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Using Sarah’s Silks for Open-Ended Play

Using Sarah’s Silks for Open-Ended Play




Sarah Lee, creator of Sarah's Silks, smiles while reflecting on her oldest son's early childhood days. "Mom, I am a turtle today. I need some green to wear." "I need some wings to fly today - blue ones!" Or, "She is the princess and I am the knight. We need some pink, purple and red colors." First Sarah reached for an old silk scarf. Her son loved the smooth, silky feel. Finally something he didn't declare itchy! Soon she found herself dying squares of silks to support his play.



8 Ways to Use Sarah’s Silks for Open-Ended Play


1. Baby Doll Wrap


At bedtime, my daughter likes to lay in bed with me and look at baby dolls. She asks me to do this every night. The other night she spotted a doll-sized baby carrier and immediately asked for one. I told her I had an even better idea! We could use a silk to tie up her baby. I wrapped my children many times as infants, so it was quick for me to do this for her. 

We wrapped the baby up, and she was ecstatic that she could wear her doll, “Snow White,” around just like I wear her one-year-old brother!

2. Fort

When paired with Sarah’s play clips or a Pikler triangle, the silks can become a fantastic fort. There are other options for creating forts such as Waldorf arches and play frames, but our kids prefer a tree, chairs, or their triangle. We frequently take a silk and play clips with us when we head to a forest preserve so we can build forts in nature. It makes for lovely shade when the kids play with their mobile mud kitchen.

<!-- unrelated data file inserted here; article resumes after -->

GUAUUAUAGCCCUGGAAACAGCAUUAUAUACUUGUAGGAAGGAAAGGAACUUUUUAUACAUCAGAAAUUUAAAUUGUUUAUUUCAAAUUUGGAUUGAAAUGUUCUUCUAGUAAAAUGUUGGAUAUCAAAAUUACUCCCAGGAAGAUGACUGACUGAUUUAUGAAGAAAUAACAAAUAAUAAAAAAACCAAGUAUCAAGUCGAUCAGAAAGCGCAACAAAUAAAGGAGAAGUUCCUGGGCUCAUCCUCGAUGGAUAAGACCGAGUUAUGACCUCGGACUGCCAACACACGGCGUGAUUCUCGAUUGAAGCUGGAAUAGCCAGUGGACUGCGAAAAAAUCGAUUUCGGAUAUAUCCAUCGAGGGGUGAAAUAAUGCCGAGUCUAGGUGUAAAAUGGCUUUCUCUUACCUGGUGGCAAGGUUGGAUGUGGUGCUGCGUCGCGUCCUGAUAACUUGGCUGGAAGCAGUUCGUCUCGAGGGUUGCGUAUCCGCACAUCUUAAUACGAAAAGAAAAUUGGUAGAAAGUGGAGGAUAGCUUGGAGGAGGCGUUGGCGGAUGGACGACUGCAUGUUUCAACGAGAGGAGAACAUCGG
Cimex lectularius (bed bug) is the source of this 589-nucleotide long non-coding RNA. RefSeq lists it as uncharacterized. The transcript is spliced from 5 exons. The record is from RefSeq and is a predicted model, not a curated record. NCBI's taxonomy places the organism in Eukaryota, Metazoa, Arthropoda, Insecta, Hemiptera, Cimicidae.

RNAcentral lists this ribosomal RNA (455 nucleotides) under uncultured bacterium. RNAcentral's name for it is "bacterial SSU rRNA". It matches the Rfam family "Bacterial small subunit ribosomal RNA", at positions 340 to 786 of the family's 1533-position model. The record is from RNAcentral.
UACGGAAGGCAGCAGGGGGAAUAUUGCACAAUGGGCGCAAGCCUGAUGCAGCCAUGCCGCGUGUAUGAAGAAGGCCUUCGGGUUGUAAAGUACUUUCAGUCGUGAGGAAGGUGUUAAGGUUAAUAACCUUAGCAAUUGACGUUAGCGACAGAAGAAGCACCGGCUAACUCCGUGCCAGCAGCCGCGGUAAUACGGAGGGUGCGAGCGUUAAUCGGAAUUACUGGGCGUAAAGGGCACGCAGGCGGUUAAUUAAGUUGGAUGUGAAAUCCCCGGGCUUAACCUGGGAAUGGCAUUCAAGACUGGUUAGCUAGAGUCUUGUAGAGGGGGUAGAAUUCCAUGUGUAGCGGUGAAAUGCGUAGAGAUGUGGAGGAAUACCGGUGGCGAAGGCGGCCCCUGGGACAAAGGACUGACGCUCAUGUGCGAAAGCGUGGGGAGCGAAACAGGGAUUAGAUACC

3. Cape

 From the images, using a play silk as a cape can be pretty self-explanatory. The silk is folded and tied around the child’s neck/shoulders. It is perfect for medieval and superhero play! Paired with a Sarah’s Silk crown, a little one can become royalty!

4. Veil

Sarah’s Silks makes a veil that is a princess-lovers dream! Isla prefers to wear it on her head, although I’ve recently tried to show her how it can also be used as a tail, cape, flag, and more. She tells us that she is a ballerina and twirls while wearing it, or puts it on and tells her brothers to save her because she’s a princess in trouble!

5. Playscapes

Sarah’s Silks can be used to create playscapes along with other toys. Our children use them to form water and desert for their safari animals, or water in a water park scene.

6. Flag or “Kite”

These silks are incredibly versatile. They can be tied to a stick and used as a flag or kite. They can also be help between two children to see it wave and move in the wind, much like a kite would. Our kids love to run with the stick flags because the silks are mesmerizing to watch as they flow in the breeze.

7. Stroller or Wagon Shade

When paired with a few clips, the silks can become the perfect shade for a stroller or wagon. Not only is the shade pleasant for your little one, but it’s a fantastic sensory experience. When I put the Giant Silk in ocean on our Keenz wagon, Max laid his head back and watch the silk wave in the breeze for the rest of his ride.

8. Water Play


Taking Sarah’s Silks in water is an easy sensory activity. The silks move so naturally in the water, shifting and creating pockets of air. My kids enjoy “popping” the bubbles, engaging with the silk as it shifted, and pretending they were on a boat flowing with it down the creek. The silks are easy to clean after too. Just a quick rinse in cool tap water and hang dry. The silks could be used in water as small as a bucket or as large as an ocean; there are no limits! Adorable Mini Kelp Forests with a pufferfish, sea horses, sea stars, shells, a jellyfish, and sea turtle swimming in a gentle water-colored sea. 

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